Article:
“Our university has just 11 acres and we have requested the central government to provide us 200 acres for smooth functioning of academic and administrative work,” said Pathak. “We can’t function fully to our potential in such a small space. We wrote to concerned ministries and officials of the central government a year ago and have sent reminders to them as well. The urban development ministry recently replied to us saying that it does not have required land. We will start meeting the officials to get the required piece of land or just 100 acres of land. We don’t have a hostel for female students or a playground.”

For this reason, SLBSNSU students say little has changed in their experience of the institution. A research scholar living in a rented room off campus said: “Only a few research scholars have got hostel accommodation. There are problems related to water, sanitation, playground and infrastructure in the university.” However, researchers have started getting scholarships.

In 2022, the university located in Katwaria Sarai of New Delhi finalised the rules and guidelines related to affiliation and six colleges in different states were affiliated.

“We have ‘national’ word in our university and I thought why should we limit our presence in Delhi only. We will be providing affiliation to more colleges in this academic session. It was not possible when we were deemed universities. In terms of infrastructure, we made five smart classrooms for hybrid-mode of teaching,” said Pathak.

SLBSNSU has received an “A” from NAAC. Its five schools have 21 departments between them and offer nearly 300 courses ranging from certificates to research programmes.

Courses and curriculum

The Sanskrit universities are now offering courses which are interdisciplinary and updating their syllabi to conform to the NEP.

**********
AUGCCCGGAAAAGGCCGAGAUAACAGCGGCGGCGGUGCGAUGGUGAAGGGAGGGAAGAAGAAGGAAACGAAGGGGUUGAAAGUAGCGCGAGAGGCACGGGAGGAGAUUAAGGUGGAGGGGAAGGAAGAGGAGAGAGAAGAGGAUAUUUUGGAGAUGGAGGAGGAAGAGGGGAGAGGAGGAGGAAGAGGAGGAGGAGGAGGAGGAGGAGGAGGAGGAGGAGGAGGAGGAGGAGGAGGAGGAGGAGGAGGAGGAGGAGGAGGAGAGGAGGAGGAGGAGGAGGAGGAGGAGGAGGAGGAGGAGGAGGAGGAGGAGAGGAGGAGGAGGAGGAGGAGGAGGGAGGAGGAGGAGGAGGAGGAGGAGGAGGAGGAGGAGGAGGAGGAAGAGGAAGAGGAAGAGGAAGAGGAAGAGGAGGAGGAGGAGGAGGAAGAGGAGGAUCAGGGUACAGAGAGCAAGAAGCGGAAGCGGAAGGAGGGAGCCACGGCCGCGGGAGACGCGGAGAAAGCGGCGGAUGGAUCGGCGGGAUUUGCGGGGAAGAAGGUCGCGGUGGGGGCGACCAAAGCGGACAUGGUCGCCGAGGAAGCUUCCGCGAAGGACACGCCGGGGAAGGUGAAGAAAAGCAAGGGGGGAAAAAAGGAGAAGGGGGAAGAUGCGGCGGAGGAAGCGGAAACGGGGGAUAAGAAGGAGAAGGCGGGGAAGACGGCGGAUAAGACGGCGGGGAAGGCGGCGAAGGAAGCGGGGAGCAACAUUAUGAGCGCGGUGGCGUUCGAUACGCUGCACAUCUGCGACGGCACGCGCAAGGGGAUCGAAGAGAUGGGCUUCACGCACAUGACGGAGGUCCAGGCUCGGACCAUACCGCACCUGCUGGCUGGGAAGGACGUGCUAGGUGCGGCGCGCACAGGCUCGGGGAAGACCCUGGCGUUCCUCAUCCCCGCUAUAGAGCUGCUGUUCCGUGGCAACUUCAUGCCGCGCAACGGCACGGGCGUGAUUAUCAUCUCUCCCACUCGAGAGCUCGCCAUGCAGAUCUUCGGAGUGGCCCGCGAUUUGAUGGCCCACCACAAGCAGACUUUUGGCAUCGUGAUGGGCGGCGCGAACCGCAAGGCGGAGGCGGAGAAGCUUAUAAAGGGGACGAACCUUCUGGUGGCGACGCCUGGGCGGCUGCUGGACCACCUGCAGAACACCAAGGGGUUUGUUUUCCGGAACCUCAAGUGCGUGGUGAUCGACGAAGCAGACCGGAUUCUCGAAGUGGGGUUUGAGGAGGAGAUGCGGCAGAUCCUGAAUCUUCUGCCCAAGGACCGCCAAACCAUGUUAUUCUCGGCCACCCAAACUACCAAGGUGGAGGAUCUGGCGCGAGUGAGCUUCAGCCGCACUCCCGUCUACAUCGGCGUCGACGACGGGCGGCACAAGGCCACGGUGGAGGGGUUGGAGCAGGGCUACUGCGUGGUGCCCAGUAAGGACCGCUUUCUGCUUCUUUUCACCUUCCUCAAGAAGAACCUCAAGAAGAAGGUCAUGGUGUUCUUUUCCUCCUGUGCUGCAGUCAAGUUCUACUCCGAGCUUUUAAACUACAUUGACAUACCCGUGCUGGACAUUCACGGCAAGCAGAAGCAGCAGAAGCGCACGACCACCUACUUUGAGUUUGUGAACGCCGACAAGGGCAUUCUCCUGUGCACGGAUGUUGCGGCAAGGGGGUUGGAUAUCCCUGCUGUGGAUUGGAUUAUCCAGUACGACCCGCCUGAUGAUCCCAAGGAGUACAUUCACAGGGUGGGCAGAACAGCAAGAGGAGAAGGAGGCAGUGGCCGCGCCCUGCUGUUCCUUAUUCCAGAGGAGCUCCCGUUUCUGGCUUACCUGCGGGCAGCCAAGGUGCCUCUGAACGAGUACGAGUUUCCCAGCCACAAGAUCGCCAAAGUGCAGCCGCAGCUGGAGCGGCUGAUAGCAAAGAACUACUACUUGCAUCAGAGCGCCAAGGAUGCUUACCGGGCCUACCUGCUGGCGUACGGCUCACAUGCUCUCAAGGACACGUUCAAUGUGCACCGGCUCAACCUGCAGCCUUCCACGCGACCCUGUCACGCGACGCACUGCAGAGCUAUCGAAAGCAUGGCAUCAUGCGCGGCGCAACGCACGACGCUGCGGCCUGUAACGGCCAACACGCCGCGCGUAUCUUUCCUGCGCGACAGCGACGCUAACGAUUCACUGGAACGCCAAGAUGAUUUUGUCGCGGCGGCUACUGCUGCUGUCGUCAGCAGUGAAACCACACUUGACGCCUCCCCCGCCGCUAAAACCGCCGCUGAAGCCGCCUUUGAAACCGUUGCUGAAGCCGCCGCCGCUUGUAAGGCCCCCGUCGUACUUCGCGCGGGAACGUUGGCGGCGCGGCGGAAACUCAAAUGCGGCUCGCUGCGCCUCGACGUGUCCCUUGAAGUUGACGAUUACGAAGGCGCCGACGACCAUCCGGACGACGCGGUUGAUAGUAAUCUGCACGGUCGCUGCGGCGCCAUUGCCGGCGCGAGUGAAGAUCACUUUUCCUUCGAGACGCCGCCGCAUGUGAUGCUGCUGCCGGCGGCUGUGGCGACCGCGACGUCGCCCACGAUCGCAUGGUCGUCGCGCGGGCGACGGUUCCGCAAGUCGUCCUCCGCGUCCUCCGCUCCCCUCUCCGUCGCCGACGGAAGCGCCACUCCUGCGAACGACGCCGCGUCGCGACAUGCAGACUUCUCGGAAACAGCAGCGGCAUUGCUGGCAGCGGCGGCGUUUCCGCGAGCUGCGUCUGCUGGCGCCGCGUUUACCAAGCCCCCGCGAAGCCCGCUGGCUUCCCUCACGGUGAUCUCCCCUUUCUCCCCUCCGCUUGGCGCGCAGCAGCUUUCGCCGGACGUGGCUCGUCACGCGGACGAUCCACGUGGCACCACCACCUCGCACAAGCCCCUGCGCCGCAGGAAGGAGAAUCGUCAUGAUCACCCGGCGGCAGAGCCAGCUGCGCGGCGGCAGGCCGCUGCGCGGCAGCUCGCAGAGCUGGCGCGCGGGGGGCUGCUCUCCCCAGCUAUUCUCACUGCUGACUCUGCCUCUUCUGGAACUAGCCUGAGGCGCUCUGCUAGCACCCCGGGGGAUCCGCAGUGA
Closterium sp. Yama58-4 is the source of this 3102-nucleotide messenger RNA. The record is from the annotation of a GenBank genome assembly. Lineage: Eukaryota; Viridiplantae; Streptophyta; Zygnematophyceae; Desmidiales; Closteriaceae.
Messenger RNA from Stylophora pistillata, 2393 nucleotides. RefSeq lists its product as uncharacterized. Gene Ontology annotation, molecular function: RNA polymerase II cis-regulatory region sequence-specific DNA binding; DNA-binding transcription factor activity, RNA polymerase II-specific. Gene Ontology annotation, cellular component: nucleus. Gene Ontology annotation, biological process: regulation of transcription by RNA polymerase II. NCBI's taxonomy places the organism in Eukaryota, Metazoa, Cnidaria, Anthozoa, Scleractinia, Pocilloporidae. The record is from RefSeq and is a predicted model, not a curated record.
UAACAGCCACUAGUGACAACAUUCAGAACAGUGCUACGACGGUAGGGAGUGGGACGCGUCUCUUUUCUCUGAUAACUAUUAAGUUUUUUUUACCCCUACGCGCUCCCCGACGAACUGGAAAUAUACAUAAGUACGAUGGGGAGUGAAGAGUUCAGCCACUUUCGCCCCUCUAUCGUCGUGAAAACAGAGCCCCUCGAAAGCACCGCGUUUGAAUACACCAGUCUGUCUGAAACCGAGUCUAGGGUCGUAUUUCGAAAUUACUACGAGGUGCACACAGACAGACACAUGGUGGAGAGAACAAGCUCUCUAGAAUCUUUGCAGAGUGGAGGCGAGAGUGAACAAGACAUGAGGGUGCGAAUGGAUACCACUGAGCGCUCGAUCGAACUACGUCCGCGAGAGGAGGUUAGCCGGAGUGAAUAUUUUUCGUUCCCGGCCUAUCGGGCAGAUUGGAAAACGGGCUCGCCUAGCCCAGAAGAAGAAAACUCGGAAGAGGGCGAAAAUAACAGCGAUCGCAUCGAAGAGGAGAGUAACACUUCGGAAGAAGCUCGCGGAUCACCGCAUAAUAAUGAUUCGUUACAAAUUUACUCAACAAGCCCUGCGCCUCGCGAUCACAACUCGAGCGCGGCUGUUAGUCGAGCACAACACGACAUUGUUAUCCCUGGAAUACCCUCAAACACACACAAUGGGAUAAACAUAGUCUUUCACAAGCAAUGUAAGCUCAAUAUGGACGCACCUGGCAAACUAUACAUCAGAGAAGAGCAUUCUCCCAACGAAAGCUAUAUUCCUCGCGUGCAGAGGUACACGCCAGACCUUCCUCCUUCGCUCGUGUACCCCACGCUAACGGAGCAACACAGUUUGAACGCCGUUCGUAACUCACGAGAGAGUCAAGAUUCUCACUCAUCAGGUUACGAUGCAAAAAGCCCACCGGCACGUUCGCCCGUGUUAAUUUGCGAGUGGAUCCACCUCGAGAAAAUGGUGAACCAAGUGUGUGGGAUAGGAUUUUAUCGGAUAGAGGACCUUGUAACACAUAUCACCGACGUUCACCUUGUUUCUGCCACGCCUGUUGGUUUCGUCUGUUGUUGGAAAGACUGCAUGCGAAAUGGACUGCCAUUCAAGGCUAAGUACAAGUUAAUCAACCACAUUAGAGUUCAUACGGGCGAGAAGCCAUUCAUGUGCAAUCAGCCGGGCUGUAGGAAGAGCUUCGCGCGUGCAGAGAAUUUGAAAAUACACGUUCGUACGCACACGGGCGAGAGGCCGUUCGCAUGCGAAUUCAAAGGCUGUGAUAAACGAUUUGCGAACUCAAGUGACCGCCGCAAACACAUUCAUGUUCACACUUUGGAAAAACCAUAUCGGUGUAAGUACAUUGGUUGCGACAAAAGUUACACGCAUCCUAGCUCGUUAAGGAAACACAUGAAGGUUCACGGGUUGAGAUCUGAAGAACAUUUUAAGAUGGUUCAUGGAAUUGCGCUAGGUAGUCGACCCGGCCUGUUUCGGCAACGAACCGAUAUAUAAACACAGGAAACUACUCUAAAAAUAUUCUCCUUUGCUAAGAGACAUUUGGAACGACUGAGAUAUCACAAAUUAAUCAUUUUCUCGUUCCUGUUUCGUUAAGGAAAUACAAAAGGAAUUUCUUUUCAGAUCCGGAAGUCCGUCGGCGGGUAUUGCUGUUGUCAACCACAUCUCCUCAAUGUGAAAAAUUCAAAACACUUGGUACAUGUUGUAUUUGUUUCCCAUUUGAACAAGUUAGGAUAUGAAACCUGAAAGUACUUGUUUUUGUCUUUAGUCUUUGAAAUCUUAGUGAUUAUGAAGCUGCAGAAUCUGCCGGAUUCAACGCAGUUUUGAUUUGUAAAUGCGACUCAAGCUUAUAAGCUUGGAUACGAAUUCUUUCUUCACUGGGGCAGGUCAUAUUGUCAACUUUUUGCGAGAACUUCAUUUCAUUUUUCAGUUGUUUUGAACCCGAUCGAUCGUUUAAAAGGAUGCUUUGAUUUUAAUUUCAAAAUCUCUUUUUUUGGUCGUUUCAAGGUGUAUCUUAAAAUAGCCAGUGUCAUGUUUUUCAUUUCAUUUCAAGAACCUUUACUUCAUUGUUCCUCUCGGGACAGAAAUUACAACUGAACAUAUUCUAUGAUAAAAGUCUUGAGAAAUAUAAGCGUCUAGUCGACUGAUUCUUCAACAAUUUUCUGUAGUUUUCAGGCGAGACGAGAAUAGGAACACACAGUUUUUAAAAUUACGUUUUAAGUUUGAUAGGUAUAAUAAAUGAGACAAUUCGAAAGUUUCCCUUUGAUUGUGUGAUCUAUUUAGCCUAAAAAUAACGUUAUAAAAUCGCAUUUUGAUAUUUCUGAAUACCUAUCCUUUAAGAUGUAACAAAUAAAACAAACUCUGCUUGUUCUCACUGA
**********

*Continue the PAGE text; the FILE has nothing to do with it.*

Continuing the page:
CSU will be starting new modern, skill-based and career oriented programmes like MA in Theatre from this year.

“There was a wrong assumption that students do not want to study Sanskrit. Last year, we admitted students through the CUET [Common University Entrance Test] and for 3,000-odd seats, we got 9,000 applications and 7,000 wrote the examination. We received around 4,000 applications for our 700 seats BEd programme. So, there is a demand for Sanskrit courses. After becoming a central university, we are becoming a multi-subject university in line with NEP 2020. There is a huge demand for faculty in the Indian Knowledge System (IKS) and Sanskit universities are acting as creators of the next generation of teachers,” Varakhedi explained.

NSU has plans to establish a cultural heritage center and will start the Integrated Teachers Education Programme (ITEP) and other inter-disciplinary programmes from 2023-24, said Murthy.

Also Read | UGC paves way for university-industry partnerships for research, paid internships, funds

Pathak said that even though SLBSNSU lacks a big campus, it has started postgraduate courses in Sociology, Hindi, Hindu studies and English, and one-year PG diplomas in Yoga and naturopathy.

“We are constantly updating our syllabi to make them interdisciplinary and multi-skilled. We have implemented Academic Bank of Credits (ABC). We have plans to open more Ayurveda and Yoga related courses. After filling the vacant posts of teachers and administrators by July 2023, we will demand from the education ministry to allow us to open a few more courses, increase seats and faculty count,” he said.

Student placements

All three Sanskrit universities have dedicated career and placement cells.

“Our students got internships at IKS and four astrology research projects have been sanctioned. Our students are also getting jobs in different sectors through the placement cell,” Murthy said. The data submitted by NSU, Tirupati to National Institution Ranking Framework (NIRF) shows that no UG and PG student got placed in the 2021-22 academic session.

At CSU, New Delhi, a total of 435 out of 835 UG students received placements at a median salary of Rs 18,000 and 471 out of 872 PG students got jobs at a median salary of Rs 24,000 in the academic session 2021-22.

“Earlier, there was no career and placement cell but I started it. We are calling some prominent job providers and training students for different sectors,” said Varakhedi.

Also Read | Sanskrit education to create more employment opportunities for students: Dharmendra Pradhan

Pathak said that the administration is working towards inviting companies for campus placements. Annual Quality Assurance Report (AQAR) document of SLBSNSU for the academic year 2020-21, the latest available, shows that no student was placed at SLBSNSU.